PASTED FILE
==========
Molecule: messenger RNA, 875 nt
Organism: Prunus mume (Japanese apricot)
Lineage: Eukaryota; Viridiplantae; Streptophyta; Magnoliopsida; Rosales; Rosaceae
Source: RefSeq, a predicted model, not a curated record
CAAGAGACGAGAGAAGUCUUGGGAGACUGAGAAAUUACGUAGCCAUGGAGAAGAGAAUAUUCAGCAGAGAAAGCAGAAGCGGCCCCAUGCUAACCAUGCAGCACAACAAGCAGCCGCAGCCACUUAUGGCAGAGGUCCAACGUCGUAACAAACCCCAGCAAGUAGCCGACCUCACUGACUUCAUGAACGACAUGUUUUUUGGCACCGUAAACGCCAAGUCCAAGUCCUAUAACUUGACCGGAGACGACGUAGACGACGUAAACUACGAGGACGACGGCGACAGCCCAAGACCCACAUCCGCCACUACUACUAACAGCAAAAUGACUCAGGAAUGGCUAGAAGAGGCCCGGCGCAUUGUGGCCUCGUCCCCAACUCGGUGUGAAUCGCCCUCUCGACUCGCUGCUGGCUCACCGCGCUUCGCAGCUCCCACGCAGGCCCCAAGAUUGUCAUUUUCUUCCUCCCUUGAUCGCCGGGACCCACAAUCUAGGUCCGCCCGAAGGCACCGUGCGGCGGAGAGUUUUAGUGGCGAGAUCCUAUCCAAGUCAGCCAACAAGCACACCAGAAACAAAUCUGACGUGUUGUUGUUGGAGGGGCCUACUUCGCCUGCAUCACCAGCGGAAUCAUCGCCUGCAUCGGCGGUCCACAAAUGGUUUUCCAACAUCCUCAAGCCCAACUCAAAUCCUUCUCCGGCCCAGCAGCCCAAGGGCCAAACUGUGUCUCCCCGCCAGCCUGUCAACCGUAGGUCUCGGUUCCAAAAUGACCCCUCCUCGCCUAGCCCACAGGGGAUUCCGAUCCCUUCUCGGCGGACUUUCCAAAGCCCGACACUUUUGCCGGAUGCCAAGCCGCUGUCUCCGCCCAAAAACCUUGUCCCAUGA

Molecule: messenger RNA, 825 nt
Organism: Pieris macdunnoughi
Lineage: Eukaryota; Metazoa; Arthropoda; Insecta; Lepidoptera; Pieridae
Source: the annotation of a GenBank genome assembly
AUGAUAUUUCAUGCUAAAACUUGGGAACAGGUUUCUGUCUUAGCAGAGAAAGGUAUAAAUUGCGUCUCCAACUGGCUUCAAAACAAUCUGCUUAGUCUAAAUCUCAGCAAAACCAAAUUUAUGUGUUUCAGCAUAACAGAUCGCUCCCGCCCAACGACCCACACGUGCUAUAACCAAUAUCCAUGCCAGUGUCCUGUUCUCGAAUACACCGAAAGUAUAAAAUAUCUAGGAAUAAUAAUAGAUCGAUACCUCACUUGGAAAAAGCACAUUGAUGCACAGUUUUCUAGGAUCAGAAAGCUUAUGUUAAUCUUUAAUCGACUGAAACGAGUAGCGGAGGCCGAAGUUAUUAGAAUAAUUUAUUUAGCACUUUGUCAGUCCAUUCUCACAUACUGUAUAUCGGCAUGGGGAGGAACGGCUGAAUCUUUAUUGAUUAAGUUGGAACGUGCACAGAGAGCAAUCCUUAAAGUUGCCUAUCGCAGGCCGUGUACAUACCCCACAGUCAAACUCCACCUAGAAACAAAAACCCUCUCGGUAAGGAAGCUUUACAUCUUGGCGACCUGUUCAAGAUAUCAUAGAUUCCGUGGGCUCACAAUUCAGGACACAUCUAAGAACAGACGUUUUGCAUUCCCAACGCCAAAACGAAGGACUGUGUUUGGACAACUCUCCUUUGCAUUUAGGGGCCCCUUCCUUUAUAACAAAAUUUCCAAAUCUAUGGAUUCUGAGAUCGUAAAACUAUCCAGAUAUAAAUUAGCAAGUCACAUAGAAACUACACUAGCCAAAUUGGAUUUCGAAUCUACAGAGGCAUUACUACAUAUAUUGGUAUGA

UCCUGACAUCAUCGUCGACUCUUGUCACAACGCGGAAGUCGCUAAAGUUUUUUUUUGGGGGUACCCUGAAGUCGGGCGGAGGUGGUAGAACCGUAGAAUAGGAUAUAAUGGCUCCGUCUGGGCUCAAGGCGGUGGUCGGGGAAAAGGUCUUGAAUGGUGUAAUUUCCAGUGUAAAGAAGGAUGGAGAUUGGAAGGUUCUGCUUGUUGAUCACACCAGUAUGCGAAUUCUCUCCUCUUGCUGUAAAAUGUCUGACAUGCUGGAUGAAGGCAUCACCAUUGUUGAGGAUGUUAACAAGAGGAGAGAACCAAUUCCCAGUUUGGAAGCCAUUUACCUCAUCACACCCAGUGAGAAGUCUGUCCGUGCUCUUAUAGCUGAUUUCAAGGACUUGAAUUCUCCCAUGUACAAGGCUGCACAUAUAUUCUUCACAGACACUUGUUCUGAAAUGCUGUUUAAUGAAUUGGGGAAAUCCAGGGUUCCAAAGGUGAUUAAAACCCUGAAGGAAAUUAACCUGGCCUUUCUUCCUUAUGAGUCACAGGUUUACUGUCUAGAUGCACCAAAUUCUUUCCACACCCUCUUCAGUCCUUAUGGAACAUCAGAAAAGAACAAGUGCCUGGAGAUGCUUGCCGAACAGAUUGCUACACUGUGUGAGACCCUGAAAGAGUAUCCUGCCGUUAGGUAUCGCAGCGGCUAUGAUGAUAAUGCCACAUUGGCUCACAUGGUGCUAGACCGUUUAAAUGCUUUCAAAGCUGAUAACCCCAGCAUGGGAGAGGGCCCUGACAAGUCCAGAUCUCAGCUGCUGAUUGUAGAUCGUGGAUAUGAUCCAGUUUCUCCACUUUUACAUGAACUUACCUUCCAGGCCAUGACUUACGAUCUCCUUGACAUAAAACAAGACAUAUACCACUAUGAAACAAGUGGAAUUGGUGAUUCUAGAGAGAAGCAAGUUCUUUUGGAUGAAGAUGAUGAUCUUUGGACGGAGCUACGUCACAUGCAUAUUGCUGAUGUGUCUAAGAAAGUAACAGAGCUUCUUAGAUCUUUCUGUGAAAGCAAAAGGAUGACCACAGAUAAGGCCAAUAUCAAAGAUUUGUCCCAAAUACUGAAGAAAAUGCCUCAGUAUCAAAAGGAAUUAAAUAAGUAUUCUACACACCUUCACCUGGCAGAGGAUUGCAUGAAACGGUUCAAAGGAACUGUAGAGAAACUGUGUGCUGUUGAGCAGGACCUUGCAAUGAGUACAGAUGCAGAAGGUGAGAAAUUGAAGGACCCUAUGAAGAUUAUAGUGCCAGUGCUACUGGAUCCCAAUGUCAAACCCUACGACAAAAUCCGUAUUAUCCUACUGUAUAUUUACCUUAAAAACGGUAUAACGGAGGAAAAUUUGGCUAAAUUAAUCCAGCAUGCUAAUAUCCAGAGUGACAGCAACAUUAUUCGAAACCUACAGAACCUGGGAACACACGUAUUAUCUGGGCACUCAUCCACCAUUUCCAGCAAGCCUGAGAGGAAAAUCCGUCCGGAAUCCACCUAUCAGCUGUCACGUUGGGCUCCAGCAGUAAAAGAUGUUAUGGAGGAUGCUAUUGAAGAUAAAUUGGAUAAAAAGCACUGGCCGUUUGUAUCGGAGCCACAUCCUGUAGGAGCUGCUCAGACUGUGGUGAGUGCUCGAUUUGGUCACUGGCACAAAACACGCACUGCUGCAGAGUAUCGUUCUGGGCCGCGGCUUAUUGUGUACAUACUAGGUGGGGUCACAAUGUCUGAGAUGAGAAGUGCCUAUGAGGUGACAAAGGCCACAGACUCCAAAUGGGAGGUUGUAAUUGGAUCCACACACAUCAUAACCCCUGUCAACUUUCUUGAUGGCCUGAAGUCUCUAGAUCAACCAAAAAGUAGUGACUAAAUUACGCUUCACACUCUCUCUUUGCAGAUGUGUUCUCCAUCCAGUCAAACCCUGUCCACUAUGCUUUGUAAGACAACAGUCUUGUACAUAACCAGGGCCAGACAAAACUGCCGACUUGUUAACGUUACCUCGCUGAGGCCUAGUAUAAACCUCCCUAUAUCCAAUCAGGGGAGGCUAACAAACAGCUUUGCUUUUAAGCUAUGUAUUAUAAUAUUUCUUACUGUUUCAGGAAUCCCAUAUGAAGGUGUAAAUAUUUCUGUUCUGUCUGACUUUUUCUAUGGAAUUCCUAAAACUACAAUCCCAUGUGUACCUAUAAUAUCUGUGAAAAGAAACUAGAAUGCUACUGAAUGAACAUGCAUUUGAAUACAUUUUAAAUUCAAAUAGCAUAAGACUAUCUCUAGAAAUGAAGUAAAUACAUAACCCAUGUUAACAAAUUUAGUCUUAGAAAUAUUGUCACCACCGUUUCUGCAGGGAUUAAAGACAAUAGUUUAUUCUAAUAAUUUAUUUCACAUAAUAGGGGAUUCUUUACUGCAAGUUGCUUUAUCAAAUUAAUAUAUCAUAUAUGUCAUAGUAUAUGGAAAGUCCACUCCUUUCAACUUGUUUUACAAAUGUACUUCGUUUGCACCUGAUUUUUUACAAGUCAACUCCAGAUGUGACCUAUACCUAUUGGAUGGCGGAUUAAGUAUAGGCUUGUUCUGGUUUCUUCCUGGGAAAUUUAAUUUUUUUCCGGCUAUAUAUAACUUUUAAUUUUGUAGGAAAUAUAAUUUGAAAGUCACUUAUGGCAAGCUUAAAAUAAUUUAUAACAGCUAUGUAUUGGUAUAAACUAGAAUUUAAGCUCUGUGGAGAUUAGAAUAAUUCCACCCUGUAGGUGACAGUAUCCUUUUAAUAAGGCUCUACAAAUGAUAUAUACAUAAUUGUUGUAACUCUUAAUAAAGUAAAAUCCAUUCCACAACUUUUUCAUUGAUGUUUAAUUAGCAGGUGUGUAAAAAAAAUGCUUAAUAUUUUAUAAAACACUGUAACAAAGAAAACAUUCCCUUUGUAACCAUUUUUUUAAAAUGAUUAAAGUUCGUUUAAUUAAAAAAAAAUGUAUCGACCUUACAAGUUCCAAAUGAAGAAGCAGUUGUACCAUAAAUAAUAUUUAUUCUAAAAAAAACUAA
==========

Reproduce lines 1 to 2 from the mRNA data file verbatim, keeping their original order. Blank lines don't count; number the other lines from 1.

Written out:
Molecule: messenger RNA, 875 nt
Organism: Prunus mume (Japanese apricot)